888 will buy William Hill’s business outside the United States from casino group Caesars (CZR.O) for 2.2 billion pounds ($3 billion), making a foray on to Britain’s high streets with 1,400 betting shops.
The purchase, 888’s largest since listing in London nearly two decades ago, will also give the company access to William Hill’s 2 million active UK customers when pandemic curbs have spurred record online gambling volumes.
888 has until now been a pure online player, whereas William Hill’s shops have long been a feature of British streets.
888 CEO Itai Pazner played down speculation that the company might seek to offload the retail stores to maintain its online focus.
“Our plans are absolutely to keep the shops. The shops are run well, they are profitable, they went through a big transformation in the last couple of years,” Pazner told Reuters on Thursday.
Caesars’ 2.9 billion pound takeover of William Hill in April was part of a wider consolidation, which saw several US companies snap up London-listed groups to gain expertise as the United States opens up to sports betting.
Caesars had signalled it did not want to hold on to other parts of the group.
“We have found an owner for the William Hill business outside the US which shares the same objectives, approaches and longer-term ambitions of that business,” Caesars CEO Tom Reeg said.
Pazner said the deal, classed as a reverse takeover under UK’s listing rules because of the relative sizes of the businesses, would allow 888 to be more competitive and take market share in many of the core markets it operates in.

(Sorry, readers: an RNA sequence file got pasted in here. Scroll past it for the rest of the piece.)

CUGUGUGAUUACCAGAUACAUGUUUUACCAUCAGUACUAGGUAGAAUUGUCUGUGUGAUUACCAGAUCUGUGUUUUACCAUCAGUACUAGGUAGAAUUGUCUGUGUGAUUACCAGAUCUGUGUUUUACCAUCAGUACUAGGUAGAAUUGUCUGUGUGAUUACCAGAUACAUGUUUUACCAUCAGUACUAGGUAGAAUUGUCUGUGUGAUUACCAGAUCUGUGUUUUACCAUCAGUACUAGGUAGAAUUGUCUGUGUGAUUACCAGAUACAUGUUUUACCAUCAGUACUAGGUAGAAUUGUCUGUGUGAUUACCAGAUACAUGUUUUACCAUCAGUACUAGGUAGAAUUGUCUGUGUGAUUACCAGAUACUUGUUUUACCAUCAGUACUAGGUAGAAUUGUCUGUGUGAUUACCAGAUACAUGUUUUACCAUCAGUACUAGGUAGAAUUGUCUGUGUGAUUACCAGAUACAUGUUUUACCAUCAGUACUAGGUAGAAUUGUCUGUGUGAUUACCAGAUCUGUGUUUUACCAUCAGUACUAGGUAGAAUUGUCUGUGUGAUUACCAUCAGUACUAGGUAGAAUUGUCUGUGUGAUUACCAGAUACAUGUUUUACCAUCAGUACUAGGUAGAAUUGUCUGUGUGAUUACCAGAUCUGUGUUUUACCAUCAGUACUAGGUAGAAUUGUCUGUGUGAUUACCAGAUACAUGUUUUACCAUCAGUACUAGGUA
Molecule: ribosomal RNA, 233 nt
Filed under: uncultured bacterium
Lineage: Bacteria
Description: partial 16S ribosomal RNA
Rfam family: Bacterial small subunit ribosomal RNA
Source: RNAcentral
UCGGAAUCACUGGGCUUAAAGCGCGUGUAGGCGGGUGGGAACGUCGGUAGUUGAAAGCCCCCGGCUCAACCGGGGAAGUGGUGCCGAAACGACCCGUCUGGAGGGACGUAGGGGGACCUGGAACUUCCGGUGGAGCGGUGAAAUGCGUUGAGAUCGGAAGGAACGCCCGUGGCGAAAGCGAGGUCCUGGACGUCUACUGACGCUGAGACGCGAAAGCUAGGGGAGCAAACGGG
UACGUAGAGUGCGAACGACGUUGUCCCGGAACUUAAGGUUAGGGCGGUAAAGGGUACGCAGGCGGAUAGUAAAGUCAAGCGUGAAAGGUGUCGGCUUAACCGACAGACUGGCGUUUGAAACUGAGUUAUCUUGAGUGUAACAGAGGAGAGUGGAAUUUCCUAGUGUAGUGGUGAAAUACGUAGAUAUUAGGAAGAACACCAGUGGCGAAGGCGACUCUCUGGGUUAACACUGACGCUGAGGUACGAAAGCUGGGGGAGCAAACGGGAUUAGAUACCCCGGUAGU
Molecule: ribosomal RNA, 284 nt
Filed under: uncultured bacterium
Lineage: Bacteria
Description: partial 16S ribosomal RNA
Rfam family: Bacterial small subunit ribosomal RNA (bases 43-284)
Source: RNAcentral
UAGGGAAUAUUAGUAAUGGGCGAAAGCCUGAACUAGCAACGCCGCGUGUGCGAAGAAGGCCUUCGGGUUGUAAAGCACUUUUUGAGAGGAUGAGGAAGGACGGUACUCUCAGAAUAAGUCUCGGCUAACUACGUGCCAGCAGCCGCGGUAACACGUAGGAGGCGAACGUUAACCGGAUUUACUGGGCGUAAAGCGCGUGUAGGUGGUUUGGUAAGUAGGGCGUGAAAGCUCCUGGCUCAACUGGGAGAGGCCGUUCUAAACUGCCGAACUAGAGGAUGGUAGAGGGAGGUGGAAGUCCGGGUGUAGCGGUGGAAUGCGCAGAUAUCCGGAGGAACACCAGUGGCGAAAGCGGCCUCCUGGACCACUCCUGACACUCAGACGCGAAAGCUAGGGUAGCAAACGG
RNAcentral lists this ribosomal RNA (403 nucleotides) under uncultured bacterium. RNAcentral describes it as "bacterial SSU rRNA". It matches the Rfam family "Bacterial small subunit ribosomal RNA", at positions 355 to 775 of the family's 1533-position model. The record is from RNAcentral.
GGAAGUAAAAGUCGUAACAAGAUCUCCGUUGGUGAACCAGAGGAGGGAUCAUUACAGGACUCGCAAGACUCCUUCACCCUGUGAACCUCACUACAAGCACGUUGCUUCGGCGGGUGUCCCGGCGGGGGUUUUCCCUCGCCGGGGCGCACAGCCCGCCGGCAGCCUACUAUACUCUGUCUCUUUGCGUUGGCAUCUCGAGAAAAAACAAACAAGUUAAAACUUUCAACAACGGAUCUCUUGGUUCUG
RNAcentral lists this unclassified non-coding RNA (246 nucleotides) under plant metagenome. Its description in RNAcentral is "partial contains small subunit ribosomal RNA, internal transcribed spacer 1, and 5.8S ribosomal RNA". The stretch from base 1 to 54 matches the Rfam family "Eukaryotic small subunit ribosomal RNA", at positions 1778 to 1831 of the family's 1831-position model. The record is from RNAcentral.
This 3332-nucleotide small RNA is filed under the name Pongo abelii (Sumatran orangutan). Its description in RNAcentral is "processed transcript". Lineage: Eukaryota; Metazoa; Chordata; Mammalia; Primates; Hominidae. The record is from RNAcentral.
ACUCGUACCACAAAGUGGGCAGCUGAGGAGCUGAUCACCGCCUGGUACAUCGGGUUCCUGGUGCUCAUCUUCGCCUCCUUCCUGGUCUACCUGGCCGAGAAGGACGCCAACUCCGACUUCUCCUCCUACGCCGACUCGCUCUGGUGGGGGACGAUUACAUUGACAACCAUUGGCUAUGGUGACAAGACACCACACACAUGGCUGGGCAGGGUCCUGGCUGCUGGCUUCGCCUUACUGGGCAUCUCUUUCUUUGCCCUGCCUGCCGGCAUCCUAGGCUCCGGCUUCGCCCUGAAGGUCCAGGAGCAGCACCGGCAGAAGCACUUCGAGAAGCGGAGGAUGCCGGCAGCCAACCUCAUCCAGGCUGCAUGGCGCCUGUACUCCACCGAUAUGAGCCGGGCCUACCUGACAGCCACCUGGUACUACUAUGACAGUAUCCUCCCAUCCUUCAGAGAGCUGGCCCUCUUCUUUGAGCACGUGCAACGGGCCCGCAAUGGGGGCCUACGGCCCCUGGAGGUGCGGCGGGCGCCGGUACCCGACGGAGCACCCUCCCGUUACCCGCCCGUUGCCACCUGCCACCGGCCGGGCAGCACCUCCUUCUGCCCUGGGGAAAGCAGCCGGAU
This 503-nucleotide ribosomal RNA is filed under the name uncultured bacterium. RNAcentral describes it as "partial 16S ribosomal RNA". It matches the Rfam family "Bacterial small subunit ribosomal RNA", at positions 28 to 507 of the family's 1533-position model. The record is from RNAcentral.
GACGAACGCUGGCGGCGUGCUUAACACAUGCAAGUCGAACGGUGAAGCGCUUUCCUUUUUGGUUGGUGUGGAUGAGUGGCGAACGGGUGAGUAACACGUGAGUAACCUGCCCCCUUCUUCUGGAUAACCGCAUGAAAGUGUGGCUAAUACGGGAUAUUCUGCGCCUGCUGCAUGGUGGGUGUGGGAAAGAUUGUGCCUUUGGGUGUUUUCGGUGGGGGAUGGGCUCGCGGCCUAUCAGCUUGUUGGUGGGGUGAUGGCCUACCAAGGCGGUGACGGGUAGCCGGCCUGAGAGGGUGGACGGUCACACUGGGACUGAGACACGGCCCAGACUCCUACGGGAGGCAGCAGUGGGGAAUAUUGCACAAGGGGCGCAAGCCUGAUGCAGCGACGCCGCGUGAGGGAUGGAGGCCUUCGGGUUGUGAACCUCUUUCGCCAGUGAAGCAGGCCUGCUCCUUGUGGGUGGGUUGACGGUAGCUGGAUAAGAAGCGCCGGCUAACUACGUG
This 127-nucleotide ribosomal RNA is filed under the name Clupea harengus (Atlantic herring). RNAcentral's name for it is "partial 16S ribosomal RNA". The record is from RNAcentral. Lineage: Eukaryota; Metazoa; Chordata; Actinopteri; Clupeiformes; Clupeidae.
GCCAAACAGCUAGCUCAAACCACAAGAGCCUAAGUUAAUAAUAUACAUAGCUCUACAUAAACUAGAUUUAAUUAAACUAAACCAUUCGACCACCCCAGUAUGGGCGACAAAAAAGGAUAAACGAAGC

Besides the UK, William Hill, founded in 1934, also has operations in Spain, Italy and the Nordics.
888, known for its online gaming, casino and poker, expects cost savings of at least 100 million pounds per year from the deal, which has the support of its largest shareholder, the Dalia Shaked Trust. The trust owns 23 per cent of 888.
888 hopes to tap investors for 500 million pounds through a share sale “at an appropriate time”, which weighed on its stock price in early trading.
The Times reported earlier this week that 888 had outbid Apollo (APO.N) for the William Hill assets.
888’s shares, which have gained 40 per cent this year, were down 1.4 per cent by 0842 GMT, underperforming the wider index’s 0.5 per cent fall.
888, with a market value of 1.5 billion pounds, said it has secured 2.1 billion pounds in debt financing from banks to fund the deal, which included 0.7 billion pounds relating to William Hill bonds.